(Previous discussion continued)
Re: Why are Princeton files called Princeton files? Dan Lester 05 Dec 2002 20:08 UTC

Re: Why are Princeton files called Princeton files? Dan Lester 05 Dec 2002 20:08 UTC

Thursday, December 5, 2002, 11:28:48 AM, you wrote:

HM> I was talking on the telephone to a retired cataloging librarian while
HM> I was browsing through my email and saw this.  By Princetons, you mean
HM> "magazine holders" for unbound issues, right?  According to my
HM> friend, who retired in 1986 after a long career, Princeton is a
HM> company name for the source of the Princetons.  She did not think that
HM> other libraries call them that, but our library called them that
HM> because we had to call them something.

I'm not 88 yet (gee, 28 years to go for that one), but in working in
seven state university libraries in seven states, since 1960, I've
always heard the metal boxes that hold pamphlets, loose issues of
journals, etc, called Princeton files.  Whether they're named after
the university or a company, I don't know.  But an indication that the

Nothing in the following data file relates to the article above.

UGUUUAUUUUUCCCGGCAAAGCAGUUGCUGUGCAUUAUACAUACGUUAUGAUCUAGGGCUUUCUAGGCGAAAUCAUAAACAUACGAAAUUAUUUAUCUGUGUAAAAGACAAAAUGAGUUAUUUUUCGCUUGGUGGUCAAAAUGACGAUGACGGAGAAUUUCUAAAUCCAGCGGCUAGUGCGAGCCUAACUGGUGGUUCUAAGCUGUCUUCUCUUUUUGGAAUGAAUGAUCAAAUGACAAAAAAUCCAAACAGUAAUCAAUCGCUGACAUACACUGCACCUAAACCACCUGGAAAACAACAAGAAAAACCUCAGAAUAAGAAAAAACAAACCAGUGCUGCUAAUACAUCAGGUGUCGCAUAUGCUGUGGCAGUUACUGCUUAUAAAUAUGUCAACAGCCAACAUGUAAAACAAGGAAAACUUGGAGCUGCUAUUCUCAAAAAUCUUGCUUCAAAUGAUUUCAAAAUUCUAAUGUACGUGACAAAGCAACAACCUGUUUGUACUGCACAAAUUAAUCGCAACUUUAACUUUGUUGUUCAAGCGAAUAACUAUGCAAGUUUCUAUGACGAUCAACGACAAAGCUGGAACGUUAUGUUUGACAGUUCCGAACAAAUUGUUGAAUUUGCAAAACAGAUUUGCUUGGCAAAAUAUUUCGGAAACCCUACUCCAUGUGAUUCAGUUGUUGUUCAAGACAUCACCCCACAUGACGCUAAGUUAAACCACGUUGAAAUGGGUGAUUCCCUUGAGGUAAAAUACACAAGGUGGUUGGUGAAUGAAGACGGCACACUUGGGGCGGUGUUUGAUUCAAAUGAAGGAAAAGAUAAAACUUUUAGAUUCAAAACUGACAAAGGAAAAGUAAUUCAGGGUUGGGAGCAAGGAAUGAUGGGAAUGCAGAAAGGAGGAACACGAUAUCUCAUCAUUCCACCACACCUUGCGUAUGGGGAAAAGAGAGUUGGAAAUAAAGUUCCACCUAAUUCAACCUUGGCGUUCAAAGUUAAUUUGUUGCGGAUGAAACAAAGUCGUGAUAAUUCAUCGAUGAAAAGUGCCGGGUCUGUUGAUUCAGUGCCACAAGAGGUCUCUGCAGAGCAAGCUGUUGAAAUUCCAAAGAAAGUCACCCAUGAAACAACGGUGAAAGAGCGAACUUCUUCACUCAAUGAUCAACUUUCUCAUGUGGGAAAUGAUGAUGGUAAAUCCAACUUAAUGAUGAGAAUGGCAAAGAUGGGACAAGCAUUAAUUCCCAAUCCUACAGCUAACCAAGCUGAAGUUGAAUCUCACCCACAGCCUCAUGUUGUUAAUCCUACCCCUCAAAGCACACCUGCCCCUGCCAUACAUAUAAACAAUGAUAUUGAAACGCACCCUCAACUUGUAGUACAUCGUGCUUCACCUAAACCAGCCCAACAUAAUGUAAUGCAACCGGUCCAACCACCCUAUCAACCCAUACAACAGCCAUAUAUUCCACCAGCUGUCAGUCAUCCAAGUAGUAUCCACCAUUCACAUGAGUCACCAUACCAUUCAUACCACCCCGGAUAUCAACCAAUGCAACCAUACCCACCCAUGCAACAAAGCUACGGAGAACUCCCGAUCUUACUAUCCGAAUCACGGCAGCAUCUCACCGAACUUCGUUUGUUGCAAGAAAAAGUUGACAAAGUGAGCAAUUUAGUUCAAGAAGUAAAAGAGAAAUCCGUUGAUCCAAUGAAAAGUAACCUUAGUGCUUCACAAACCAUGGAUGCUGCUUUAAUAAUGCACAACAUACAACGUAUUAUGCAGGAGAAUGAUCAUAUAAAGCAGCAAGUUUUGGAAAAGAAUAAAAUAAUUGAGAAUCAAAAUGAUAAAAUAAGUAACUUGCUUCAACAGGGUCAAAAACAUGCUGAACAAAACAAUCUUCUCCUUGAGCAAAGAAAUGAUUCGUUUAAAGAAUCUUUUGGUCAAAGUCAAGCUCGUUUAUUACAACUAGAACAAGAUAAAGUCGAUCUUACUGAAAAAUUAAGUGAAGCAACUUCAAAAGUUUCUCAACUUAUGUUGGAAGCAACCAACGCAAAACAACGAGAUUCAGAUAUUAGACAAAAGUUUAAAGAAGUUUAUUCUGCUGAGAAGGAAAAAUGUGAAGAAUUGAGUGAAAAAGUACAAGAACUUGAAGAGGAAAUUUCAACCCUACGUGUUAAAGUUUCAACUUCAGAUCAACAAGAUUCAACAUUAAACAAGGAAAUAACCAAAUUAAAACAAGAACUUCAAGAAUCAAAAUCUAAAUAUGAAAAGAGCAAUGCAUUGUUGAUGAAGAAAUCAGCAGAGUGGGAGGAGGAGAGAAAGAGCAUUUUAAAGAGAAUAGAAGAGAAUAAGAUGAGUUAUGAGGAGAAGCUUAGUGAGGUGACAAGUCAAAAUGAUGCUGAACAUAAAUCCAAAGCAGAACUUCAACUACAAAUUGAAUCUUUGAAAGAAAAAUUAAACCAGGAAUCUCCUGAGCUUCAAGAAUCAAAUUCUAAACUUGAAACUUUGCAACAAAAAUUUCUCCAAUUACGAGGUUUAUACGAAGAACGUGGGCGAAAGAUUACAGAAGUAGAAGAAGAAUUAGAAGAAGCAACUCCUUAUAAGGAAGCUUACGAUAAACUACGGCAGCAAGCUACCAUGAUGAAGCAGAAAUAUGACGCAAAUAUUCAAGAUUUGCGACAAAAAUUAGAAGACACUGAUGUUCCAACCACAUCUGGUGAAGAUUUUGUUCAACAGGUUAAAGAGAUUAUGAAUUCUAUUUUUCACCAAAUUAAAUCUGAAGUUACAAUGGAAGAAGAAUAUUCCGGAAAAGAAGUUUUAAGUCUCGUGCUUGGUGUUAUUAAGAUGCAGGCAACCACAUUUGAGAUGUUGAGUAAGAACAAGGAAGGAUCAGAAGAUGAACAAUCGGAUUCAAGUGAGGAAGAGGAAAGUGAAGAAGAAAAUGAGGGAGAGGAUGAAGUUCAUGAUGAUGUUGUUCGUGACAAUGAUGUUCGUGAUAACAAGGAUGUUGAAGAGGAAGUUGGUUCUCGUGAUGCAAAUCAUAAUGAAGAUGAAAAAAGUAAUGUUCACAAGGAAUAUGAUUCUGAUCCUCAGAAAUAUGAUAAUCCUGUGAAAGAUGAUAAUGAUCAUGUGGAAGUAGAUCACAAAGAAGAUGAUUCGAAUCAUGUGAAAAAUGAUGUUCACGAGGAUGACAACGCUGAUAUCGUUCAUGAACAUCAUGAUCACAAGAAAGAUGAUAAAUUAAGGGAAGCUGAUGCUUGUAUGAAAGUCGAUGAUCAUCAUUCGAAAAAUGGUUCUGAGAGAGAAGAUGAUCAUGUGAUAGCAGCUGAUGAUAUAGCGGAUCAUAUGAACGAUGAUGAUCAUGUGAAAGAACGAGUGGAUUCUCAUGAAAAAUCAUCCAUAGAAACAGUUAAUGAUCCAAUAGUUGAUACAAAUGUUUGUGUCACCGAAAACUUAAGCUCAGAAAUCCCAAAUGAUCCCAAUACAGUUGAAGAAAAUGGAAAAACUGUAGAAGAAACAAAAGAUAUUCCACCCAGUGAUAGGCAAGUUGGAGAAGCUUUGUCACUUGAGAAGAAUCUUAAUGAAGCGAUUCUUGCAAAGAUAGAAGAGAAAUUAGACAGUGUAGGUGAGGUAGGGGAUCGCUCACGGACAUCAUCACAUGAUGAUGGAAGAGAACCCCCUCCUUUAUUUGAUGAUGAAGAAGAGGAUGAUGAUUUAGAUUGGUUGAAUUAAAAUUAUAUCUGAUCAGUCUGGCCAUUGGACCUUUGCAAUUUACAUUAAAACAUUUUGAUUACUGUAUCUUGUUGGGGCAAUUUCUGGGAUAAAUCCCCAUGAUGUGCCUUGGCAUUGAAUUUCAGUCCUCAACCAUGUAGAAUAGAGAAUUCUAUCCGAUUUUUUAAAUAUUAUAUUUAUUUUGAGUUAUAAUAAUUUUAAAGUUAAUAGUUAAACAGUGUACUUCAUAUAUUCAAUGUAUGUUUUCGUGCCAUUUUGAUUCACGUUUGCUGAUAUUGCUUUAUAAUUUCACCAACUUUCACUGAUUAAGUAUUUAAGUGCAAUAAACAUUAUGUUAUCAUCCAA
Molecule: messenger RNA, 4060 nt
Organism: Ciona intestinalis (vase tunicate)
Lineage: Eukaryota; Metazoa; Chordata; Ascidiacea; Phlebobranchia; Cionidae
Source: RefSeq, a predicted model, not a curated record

name is widely used can be seen by doing a search on the expression on
the web.  You get hits like:
http://www.vernlib.com/prmetal.asp
http://www.shopbrodart.com/contents/files.htm
http://www.libsonline.com/subcat.asp?oldcat=437&catid=449
http://www.geocities.com/Athens/6274/manshelv.html\

As far as I'm concerned, "princeton files" refers only to metal boxes,
and the ones made of cardboard or plastic are "pam boxes" or something
similar.  I've heard some folks use the term "princeton files" to also
refer to these containers.  To me, a princeton file is of metal, has a
metal bottom, two metal sides, and a metal back.  The top and front
are open. There may or may not be a label holder on the back. But if
others want to use the term more generically, I'm not going to get
excited about it.

dan

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